Handlers will be called in first-come-first-served order. There are no mechanisms to alter the order of handlers. I never needed such features, but the plan is to include a simple Async::Hooks::WithRank class in the next release, that will provide a simple rank-based order. Other mechanism would be possible after that, you just need to subclass the main class and implement a sort() method.

To invoke a hook, you simply do:

    [ @args ],

The reply_to_presence_subscribe coderef is optional. If present it will be called last.

Each handler receives a control object and a copy of the arguments:

sub check_bad_jids {
  my ($ctl, $args) = @_;

The $ctl object provides you with the tools to communicate your decision. You can $ctl->next or $ctl->decline to move forward in the chain, or you can stop processing with $ctl->stop or $ctl->done.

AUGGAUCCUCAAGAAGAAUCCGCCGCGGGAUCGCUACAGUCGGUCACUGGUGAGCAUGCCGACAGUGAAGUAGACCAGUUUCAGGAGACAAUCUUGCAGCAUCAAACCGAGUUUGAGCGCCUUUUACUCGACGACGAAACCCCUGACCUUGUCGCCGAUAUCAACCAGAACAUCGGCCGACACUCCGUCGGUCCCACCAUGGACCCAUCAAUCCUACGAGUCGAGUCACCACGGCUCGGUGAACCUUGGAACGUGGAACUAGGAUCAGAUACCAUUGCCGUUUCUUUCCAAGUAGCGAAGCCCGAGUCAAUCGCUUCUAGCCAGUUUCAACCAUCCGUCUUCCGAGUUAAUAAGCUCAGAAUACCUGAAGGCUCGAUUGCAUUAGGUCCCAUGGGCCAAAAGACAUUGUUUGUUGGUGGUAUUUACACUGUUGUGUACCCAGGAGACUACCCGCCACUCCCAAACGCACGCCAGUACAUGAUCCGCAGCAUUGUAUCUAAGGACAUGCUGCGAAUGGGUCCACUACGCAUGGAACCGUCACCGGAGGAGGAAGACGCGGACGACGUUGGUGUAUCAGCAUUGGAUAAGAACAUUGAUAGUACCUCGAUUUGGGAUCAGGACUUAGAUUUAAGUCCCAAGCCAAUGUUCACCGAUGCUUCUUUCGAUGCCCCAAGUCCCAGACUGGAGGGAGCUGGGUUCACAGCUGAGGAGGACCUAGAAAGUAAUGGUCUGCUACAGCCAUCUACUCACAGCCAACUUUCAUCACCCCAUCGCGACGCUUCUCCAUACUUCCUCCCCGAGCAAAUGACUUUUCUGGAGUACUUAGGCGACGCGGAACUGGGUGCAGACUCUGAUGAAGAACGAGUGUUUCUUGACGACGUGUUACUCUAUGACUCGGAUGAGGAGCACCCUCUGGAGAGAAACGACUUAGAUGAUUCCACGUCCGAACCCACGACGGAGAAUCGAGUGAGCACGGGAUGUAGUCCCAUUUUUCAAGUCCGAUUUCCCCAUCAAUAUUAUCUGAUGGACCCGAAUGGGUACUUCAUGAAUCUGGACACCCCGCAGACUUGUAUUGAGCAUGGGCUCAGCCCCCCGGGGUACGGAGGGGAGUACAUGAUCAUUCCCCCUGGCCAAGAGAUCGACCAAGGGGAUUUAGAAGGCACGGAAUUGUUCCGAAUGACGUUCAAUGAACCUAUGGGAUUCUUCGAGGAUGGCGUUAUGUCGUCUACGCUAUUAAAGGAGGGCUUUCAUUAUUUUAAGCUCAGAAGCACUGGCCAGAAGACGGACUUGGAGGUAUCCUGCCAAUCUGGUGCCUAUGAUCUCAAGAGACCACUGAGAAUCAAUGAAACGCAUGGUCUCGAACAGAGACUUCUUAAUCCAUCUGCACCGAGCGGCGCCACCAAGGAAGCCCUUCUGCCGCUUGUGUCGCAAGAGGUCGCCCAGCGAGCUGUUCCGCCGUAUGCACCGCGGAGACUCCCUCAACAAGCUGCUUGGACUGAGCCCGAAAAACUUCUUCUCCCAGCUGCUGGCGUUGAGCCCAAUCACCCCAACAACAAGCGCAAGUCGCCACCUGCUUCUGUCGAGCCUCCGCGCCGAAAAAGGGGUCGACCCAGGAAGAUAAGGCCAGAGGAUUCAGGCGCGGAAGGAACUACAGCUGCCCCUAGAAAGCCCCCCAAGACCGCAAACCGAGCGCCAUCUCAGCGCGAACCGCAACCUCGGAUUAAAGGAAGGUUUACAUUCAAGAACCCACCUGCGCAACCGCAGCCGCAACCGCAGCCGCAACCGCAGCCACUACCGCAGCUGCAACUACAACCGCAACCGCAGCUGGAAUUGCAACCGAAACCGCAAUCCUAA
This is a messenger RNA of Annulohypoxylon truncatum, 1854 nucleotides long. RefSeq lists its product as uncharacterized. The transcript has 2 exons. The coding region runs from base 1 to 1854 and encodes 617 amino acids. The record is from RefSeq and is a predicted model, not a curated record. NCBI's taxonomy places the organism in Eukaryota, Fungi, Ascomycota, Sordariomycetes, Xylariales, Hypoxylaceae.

So if your keep a web service for bad JIDs, you could do something like this:

sub check_bad_jids {
  my ($ctl, $args) = @_;
  my $jid = $args->[0];

  http_get("$webservice_endpoint/jid/$jid/is_bad", sub {
       my ($resp) = @_;

       if (defined($resp) && $resp eq 'BAD') {
       else {

The http_get() function is part of the AnyEvent::HTTP module, and performs a non-blocking asynchronous HTTP GET request. The callback is called when the response arrives with the data in the first parameter. If the call was successful, the response is defined and contains the body of the response.